Floating Treatment Wetlands (FTW) are engineered systems that utilize natural wetland processes to remove nutrients/pollutants from wastewater, storm water, and numerous other sources of contamination. FTWs are generally classified by type of macrophyte and the type of flow, free water surface with emergent plants (Floating Islands) or sub-surface with horizontal flow or vertical flow (Floating Wetlands).
FTWs are most commonly designed and deployed as Floating Islands, and as such they support the bacteria responsible for mineralization, nitrification, and denitrification, and serve as a physical filter for particulate pollutant removal. Applied generally, Floating Islands are a multiple-purpose water quality device for reducing ammonia, nitrate, phosphorous, total suspended solids (TSS), organic matter [biological oxygen demand (BOD)], and multiple other pollutants. While pollutants are removed by mechanisms such as physical filtration and plant uptake, microbial activity is the primary pathway for removing pollutants in wetland systems.
As an alternative approach to traditional FTW/Floating Island system designs, Floating Wetland Solutions designs systems that regulate the primary environmental factors that control wetland microbial processes to maximize treatment capacity. Our strategy for implementing environmental control leverages our unique product design that expands the definition of FTWs as Floating Islands only, to include submerged surface microbial habitat (receives sunlight), and integrates mass transfer design strategies, such as integration of open water areas, flow channels, structured habitat, and a high ratio of riparian edge to total FTW area into FTW design.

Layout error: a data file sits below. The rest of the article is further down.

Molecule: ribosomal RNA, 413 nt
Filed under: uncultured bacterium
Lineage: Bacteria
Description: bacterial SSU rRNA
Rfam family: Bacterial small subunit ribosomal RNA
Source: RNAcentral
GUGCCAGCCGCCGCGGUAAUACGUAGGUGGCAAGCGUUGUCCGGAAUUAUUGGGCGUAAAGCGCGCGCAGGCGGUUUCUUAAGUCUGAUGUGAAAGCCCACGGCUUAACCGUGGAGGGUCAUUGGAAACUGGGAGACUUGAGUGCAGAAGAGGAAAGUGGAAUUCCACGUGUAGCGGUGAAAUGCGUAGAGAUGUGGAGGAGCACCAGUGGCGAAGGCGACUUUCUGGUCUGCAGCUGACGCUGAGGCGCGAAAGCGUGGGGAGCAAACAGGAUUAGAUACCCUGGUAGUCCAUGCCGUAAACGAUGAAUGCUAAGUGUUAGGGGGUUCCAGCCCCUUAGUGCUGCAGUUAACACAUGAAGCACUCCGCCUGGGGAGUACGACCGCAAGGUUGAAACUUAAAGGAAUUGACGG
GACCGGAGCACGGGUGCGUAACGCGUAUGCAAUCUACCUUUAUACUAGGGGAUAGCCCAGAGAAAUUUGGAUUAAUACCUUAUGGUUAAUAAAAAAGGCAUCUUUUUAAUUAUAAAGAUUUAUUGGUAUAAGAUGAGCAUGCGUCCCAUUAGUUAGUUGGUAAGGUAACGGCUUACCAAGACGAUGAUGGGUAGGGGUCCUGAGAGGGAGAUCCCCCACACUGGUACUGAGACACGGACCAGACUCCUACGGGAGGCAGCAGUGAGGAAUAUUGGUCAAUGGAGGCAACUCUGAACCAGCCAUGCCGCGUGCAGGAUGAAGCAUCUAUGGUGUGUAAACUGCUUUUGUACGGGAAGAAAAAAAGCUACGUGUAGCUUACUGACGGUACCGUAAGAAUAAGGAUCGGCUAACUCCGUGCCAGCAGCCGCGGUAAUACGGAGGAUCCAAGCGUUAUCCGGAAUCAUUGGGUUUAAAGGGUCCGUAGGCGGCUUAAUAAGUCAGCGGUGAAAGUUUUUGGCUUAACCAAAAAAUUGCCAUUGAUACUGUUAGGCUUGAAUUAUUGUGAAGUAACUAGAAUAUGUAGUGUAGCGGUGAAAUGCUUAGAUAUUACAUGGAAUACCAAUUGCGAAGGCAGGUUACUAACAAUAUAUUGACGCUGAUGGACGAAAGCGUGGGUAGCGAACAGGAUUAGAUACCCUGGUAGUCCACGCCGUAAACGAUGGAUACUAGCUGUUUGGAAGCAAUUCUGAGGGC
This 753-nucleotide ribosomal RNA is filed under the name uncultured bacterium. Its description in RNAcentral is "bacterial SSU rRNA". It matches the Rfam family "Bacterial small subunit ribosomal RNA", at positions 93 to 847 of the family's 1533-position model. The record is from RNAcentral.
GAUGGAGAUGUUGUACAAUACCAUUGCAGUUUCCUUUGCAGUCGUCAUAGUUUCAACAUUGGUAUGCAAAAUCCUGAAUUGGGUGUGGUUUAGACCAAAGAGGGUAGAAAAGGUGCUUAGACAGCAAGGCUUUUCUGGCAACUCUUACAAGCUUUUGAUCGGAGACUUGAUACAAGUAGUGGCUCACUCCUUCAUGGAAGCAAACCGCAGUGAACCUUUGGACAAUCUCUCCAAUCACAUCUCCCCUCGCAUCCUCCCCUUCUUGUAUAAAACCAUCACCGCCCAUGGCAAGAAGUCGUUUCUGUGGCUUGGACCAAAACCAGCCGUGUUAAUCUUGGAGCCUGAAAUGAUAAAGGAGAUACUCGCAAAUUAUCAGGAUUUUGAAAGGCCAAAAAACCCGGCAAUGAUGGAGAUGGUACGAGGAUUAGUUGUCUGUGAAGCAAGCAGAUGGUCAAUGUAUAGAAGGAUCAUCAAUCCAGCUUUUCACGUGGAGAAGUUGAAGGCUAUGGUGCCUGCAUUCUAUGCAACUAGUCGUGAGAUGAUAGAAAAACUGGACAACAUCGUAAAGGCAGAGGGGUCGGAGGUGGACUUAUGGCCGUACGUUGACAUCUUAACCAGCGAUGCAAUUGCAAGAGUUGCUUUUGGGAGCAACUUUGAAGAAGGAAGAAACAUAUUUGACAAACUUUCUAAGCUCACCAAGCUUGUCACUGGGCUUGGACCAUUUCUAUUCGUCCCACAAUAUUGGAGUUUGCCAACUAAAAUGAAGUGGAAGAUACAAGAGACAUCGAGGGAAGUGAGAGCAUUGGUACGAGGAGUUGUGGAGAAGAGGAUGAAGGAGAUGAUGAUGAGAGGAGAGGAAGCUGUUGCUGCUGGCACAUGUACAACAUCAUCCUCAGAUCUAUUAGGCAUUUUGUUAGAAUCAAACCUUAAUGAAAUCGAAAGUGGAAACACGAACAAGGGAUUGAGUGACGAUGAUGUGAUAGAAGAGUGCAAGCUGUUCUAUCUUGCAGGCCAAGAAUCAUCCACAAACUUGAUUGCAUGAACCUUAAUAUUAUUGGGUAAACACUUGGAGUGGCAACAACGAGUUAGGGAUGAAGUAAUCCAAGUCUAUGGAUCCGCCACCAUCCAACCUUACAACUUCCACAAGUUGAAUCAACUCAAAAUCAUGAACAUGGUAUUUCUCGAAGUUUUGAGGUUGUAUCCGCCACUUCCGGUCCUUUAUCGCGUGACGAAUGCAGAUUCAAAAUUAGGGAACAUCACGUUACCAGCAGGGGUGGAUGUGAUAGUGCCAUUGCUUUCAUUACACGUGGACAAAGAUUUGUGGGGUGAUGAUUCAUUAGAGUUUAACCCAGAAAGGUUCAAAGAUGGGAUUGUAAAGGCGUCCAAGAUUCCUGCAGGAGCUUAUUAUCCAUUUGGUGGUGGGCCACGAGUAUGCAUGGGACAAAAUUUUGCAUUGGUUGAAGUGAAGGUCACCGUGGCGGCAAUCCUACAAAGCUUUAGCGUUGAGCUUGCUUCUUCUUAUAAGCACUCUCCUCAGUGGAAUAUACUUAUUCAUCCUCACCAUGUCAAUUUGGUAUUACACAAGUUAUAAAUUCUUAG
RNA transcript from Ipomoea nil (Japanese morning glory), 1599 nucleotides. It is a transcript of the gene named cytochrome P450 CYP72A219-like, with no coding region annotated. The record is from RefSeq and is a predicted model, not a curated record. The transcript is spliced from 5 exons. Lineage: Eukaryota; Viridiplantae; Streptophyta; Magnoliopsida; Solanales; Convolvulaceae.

In most elementary terms, if the bacteria involved with mineralization, nitrification, and denitrification have sufficient provision of something to eat and something to breath (energy to support their metabolism), they have the capacity to grow exponentially until one of these primary resources is depleted. In degradation of organic matter, the organic matter is the food and oxygen is the energy source for respiration. Ammonia is the food in nitrification, and oxygen the energy source for respiration. In denitrification, organic carbon is the food, and an environment without oxygen is necessary for facultative bacteria to utilize nitrate for their energy requirements. By regulating primary control factors, we can leverage exponential growth capacity for bacteria to drive desired natural science mechanisms resulting in significant gains in treatment.
Our FTW systems include Floating Islands and submerged Floating Wetlands, BioFilters and Aerobic Digesters. Our modular product design provides the system design options that allow us to uniquely bundle products and position them within the waterbody so they can target the primary control factors that will enhance the desired natural science mechanisms for significantly enhanced performance.